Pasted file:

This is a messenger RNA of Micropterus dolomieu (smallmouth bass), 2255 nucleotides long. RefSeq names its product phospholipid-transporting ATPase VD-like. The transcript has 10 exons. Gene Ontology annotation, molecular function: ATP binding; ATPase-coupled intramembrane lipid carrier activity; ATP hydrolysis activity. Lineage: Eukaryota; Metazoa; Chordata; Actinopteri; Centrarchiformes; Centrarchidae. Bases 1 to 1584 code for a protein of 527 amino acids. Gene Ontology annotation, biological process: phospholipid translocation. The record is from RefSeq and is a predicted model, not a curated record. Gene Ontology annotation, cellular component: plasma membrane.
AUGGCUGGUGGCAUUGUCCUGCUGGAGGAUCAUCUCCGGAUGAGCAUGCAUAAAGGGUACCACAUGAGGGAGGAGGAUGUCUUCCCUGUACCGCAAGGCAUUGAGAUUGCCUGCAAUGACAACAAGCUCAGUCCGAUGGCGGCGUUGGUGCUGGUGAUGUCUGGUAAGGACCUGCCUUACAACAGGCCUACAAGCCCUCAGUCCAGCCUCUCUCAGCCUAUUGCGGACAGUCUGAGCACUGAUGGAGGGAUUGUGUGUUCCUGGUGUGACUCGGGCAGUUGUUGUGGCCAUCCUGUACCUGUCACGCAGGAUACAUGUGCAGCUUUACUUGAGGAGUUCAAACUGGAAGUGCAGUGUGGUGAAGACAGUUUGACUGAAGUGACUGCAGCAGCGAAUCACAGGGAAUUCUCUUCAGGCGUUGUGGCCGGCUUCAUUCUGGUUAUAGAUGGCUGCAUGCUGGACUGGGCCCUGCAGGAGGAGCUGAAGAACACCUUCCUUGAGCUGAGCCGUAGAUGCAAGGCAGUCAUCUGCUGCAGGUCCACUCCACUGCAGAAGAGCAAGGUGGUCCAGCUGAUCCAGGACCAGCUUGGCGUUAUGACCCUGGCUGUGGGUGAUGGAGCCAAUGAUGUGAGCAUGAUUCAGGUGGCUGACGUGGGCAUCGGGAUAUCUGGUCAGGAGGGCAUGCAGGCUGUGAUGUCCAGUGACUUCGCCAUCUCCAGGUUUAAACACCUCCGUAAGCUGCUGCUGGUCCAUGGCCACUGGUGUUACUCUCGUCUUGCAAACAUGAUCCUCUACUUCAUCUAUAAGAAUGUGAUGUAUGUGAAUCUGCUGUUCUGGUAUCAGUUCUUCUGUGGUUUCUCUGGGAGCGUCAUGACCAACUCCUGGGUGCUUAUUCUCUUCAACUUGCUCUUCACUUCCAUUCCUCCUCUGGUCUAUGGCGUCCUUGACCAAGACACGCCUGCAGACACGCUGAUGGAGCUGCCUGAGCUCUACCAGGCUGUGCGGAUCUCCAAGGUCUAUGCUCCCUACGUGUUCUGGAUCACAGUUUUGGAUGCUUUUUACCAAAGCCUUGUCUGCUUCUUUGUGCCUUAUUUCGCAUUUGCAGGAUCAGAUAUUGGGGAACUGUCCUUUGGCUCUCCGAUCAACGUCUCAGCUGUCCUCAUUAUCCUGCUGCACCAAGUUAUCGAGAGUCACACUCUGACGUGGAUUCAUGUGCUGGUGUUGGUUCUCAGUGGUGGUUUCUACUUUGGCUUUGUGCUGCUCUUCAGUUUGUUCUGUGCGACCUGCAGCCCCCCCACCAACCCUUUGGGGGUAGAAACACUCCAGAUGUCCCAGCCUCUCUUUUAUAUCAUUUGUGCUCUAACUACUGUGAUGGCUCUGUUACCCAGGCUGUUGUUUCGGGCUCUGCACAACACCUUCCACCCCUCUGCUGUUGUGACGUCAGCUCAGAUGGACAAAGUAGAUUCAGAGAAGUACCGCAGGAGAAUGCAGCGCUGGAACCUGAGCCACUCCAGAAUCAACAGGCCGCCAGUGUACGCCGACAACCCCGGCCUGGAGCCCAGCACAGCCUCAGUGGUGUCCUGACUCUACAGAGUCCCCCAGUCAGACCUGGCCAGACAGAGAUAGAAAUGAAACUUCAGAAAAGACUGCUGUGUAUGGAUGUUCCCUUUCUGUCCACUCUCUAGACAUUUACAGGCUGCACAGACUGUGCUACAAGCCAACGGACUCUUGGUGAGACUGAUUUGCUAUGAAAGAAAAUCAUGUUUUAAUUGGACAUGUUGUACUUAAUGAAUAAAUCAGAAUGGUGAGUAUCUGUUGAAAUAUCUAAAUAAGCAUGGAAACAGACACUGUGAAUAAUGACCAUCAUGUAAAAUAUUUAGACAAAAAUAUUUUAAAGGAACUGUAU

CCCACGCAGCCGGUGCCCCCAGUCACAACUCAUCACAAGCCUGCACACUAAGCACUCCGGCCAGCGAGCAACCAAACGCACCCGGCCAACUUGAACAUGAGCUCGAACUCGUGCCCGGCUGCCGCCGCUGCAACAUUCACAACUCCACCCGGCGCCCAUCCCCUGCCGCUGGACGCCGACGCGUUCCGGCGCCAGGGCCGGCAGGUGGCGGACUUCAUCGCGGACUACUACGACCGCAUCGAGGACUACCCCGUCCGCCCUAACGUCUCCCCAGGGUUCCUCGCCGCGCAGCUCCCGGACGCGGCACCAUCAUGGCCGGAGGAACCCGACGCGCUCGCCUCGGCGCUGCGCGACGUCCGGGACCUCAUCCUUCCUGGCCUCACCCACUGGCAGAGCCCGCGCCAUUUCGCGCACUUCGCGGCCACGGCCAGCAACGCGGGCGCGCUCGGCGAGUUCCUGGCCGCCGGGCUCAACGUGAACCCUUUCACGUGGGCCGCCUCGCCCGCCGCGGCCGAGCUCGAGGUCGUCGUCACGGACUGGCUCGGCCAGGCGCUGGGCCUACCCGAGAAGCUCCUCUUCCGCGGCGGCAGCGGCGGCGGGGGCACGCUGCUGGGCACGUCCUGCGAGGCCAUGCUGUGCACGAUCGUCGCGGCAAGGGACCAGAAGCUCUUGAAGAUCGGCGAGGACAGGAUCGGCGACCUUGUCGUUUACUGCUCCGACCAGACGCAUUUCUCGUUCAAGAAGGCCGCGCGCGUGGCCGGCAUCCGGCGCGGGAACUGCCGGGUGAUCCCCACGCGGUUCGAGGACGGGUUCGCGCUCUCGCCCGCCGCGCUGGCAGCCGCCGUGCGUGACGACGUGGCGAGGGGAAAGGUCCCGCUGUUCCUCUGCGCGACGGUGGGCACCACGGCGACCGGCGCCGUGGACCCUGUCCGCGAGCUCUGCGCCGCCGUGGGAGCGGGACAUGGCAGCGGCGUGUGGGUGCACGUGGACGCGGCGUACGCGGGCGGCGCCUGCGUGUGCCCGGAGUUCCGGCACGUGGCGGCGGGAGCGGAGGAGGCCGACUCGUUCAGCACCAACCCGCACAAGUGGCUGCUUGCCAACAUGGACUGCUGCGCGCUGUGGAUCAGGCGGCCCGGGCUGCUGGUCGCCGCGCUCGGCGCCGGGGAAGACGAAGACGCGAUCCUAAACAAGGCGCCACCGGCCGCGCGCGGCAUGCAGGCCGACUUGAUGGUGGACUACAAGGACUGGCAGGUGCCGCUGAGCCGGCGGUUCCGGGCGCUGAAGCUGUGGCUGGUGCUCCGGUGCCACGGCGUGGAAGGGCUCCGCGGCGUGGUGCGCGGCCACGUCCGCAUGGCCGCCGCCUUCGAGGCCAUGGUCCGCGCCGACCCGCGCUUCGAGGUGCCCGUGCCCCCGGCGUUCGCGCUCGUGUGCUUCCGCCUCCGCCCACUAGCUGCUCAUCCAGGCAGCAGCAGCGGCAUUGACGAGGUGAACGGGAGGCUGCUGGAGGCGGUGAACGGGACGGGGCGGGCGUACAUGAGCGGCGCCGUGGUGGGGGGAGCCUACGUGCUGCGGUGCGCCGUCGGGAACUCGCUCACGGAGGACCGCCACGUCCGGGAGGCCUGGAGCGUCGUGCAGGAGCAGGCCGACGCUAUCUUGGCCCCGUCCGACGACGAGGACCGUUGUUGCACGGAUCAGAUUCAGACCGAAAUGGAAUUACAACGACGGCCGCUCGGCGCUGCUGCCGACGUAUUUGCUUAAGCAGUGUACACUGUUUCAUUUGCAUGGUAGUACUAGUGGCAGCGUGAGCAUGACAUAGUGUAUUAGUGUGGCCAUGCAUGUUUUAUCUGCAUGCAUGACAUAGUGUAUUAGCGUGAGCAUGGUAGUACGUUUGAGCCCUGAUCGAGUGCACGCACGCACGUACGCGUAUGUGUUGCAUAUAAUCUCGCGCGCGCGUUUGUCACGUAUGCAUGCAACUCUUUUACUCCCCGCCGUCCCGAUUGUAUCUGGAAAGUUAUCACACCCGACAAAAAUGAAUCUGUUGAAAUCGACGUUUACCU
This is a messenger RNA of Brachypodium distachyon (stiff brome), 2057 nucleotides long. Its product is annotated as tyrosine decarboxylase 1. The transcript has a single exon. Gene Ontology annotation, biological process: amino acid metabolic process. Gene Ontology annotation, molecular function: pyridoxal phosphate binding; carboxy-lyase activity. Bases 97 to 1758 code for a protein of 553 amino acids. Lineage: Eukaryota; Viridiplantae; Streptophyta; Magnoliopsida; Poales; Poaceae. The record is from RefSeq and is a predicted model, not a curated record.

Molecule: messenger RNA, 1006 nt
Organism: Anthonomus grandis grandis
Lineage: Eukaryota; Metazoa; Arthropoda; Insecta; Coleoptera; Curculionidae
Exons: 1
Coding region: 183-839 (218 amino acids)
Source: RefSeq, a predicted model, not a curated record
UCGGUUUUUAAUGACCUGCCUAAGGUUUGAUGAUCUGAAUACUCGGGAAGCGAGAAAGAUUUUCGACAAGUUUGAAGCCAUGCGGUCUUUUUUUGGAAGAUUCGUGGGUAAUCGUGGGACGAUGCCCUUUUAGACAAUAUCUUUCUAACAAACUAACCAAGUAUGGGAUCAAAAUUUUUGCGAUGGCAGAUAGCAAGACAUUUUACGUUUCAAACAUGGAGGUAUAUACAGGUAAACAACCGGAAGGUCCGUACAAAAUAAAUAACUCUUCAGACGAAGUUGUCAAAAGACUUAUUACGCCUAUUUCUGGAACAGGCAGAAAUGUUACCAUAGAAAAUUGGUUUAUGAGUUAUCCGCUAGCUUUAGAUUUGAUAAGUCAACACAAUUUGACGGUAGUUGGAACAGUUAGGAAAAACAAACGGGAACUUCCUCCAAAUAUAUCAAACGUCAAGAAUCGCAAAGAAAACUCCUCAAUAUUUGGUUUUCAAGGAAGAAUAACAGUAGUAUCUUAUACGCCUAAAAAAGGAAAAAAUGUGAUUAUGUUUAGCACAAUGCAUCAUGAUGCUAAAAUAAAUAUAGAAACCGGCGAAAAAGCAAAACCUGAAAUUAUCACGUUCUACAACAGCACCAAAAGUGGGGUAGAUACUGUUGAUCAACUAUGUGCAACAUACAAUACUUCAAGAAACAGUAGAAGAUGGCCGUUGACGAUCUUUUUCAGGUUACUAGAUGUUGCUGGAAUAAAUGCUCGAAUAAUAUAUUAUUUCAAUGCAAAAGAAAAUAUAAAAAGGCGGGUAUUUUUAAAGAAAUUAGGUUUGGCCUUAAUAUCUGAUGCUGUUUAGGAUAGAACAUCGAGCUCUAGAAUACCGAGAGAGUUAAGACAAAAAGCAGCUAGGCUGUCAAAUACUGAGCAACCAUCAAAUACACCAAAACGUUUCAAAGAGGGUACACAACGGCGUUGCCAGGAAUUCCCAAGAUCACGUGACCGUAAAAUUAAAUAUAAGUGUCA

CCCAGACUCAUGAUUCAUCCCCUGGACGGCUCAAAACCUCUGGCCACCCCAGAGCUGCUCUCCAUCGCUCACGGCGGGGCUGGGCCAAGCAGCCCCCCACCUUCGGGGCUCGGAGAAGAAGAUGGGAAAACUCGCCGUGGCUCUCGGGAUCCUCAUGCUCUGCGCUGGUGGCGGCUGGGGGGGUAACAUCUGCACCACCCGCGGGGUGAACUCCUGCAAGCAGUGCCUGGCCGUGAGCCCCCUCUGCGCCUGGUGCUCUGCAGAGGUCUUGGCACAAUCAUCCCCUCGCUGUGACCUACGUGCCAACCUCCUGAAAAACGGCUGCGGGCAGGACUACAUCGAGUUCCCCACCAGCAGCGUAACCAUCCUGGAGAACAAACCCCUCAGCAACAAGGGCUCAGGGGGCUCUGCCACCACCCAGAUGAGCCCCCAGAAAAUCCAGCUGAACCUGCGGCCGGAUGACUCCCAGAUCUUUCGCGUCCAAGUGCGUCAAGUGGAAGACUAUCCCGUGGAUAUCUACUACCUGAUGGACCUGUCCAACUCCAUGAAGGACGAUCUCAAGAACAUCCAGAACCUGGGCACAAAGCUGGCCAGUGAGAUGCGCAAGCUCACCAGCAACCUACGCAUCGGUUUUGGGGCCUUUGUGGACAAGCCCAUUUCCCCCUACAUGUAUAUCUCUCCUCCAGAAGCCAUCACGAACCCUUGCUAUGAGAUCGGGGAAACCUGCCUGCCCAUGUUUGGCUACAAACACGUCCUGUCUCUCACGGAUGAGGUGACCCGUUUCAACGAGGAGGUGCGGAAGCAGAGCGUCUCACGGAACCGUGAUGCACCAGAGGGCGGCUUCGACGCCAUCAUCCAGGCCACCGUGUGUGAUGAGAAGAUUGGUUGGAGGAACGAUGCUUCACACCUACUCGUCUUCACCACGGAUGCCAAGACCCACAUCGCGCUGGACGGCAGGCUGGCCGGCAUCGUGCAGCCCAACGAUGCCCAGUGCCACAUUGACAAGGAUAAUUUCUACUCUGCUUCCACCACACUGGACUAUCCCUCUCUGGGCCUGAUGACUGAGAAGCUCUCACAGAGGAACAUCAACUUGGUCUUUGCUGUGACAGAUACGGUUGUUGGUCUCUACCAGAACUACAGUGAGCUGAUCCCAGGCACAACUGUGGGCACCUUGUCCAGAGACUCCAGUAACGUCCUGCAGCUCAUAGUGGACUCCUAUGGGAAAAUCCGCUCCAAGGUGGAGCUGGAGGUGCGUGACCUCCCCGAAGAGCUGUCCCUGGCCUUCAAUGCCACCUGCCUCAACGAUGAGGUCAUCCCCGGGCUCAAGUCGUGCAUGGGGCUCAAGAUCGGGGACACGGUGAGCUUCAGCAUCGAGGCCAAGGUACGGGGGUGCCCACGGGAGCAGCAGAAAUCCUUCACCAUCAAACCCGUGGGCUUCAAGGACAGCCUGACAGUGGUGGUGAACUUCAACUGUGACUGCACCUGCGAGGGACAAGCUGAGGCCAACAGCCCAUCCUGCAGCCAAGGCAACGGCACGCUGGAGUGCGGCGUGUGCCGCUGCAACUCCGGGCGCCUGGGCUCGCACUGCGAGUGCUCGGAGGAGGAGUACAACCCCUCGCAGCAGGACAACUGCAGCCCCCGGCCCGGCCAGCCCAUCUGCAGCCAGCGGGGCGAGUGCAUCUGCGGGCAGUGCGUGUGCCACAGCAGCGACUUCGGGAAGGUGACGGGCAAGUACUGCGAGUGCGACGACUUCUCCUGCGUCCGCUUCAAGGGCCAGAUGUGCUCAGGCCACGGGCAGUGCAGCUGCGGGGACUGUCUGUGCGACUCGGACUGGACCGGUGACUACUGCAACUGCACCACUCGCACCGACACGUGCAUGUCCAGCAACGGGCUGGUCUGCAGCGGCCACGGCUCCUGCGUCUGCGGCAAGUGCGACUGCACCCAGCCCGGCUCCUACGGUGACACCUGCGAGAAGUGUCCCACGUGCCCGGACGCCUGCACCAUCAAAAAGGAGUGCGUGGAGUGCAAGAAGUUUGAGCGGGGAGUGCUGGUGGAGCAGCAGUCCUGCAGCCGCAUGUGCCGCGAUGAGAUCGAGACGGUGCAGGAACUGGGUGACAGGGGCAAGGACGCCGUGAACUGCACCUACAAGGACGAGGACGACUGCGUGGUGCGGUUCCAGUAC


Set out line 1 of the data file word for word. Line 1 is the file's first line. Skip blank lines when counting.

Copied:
This is a messenger RNA of Micropterus dolomieu (smallmouth bass), 2255 nucleotides long. RefSeq names its product phospholipid-transporting ATPase VD-like. The transcript has 10 exons. Gene Ontology annotation, molecular function: ATP binding; ATPase-coupled intramembrane lipid carrier activity; ATP hydrolysis activity. Lineage: Eukaryota; Metazoa; Chordata; Actinopteri; Centrarchiformes; Centrarchidae. Bases 1 to 1584 code for a protein of 527 amino acids. Gene Ontology annotation, biological process: phospholipid translocation. The record is from RefSeq and is a predicted model, not a curated record. Gene Ontology annotation, cellular component: plasma membrane.